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What to know about kids and the COVID-19 vaccine

Children will not be included in initial rollout
Posted at 9:52 AM, Dec 11, 2020
and last updated 2020-12-11 09:52:57-05

BOCA RATON, Fla.  — As we wait for the COVID-19 vaccine rollout in Florida, questions still remain on, if and when, the vaccine might be safe and/or effective for children. Recently, the American Academy of Pediatrics called for trials to include more children.

Doug Harris is a local father to three girls.

“We want the new normal to end,” he said. “The kids are doing the drive-by birthday parties, no vacations, virtual school, very few play dates.”

Harris and his wife plan to get the vaccine when it is available.

“We have vulnerable family members at home, so we are willing to step ahead and be the early adopters, but as a parent, if parents alone get vaccinated, is that enough to protect the entire family?” he asked.

Harris has plenty of questions about the vaccine and safety with regards to children.

“With three girls at home under six, including an infant, how soon do they anticipate having a vaccine for kids this young?” he wondered. “With the short clinical trials, at what point will there be enough data to be able to declare that there truly will be a safe vaccine?”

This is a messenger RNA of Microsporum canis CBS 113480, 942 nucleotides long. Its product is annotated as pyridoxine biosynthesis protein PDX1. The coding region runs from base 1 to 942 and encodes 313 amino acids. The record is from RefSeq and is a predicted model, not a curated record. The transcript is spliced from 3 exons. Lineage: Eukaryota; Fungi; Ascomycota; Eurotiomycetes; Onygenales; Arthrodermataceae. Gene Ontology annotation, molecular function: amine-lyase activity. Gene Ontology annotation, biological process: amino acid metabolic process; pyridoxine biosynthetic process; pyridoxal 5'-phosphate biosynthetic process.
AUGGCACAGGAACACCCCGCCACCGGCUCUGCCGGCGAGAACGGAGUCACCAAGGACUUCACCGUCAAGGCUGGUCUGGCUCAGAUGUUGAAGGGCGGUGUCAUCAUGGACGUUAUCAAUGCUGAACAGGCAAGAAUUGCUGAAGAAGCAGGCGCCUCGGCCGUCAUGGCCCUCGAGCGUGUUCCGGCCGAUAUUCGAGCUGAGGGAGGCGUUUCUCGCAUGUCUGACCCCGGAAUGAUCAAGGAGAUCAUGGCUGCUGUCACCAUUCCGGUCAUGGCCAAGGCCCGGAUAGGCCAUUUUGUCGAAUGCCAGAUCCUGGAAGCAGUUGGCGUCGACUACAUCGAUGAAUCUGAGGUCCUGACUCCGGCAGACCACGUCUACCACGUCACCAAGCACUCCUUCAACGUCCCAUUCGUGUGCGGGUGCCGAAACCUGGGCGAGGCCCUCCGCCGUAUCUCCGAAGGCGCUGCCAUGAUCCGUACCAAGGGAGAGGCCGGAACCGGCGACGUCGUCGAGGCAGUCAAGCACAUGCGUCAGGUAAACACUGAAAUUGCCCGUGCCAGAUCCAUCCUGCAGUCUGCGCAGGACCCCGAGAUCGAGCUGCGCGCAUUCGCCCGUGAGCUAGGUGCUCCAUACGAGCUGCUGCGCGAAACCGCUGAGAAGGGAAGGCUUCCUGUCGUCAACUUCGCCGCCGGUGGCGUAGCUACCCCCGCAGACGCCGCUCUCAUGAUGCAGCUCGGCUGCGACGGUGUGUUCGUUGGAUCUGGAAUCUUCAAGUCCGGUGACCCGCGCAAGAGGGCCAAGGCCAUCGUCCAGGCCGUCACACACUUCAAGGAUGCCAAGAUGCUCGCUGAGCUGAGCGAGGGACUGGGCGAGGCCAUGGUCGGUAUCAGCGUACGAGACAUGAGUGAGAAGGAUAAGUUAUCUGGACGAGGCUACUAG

He went on to ask: “Should the little ones even go to school next year?”

Dr. Chad Rudnick, a pediatrician at BOCA VIPediatrics, said we need more information.

“So when it comes out and the first rollout, children of any age will not be included,” he said. “We know that the American Academy of Pediatrics recommended that children start to be included in vaccine trials.”

Dr. Rudnick said they’ll have to see if it works and whether it’s safe for children. He said that would be done in steps with different ages.

“The same process that happened with adults going through the vaccine trials will now start again with children,” he explained. “First establishing that the vaccine is safe, and then establishing does the vaccine actually work?”

He said parents have lots of questions about how this might compare to the influenza vaccine.

“They are two very different diseases we are targeting,” said Dr. Rudnick. “With influenza, its a moving target, which is why some years the flu vaccine is more protective than others. But with Coronavirus so far, it’s not that much of a moving target.”

If it becomes a safe and effective option for children, he believes it is a community effort.

“While the risk of COVID to a child is lower than that of someone who is elderly or has other medical conditions, we know that children can spread it to other people,” he said. “But the risk to a child is not zero. So we want to make sure that, of course, that there is less risk for getting a vaccine, so we can keep children safe, and they can keep those around them safe. By all of us getting it, we are able to protect those of us around us who can’t get it, like very, very young children, like babies to start.”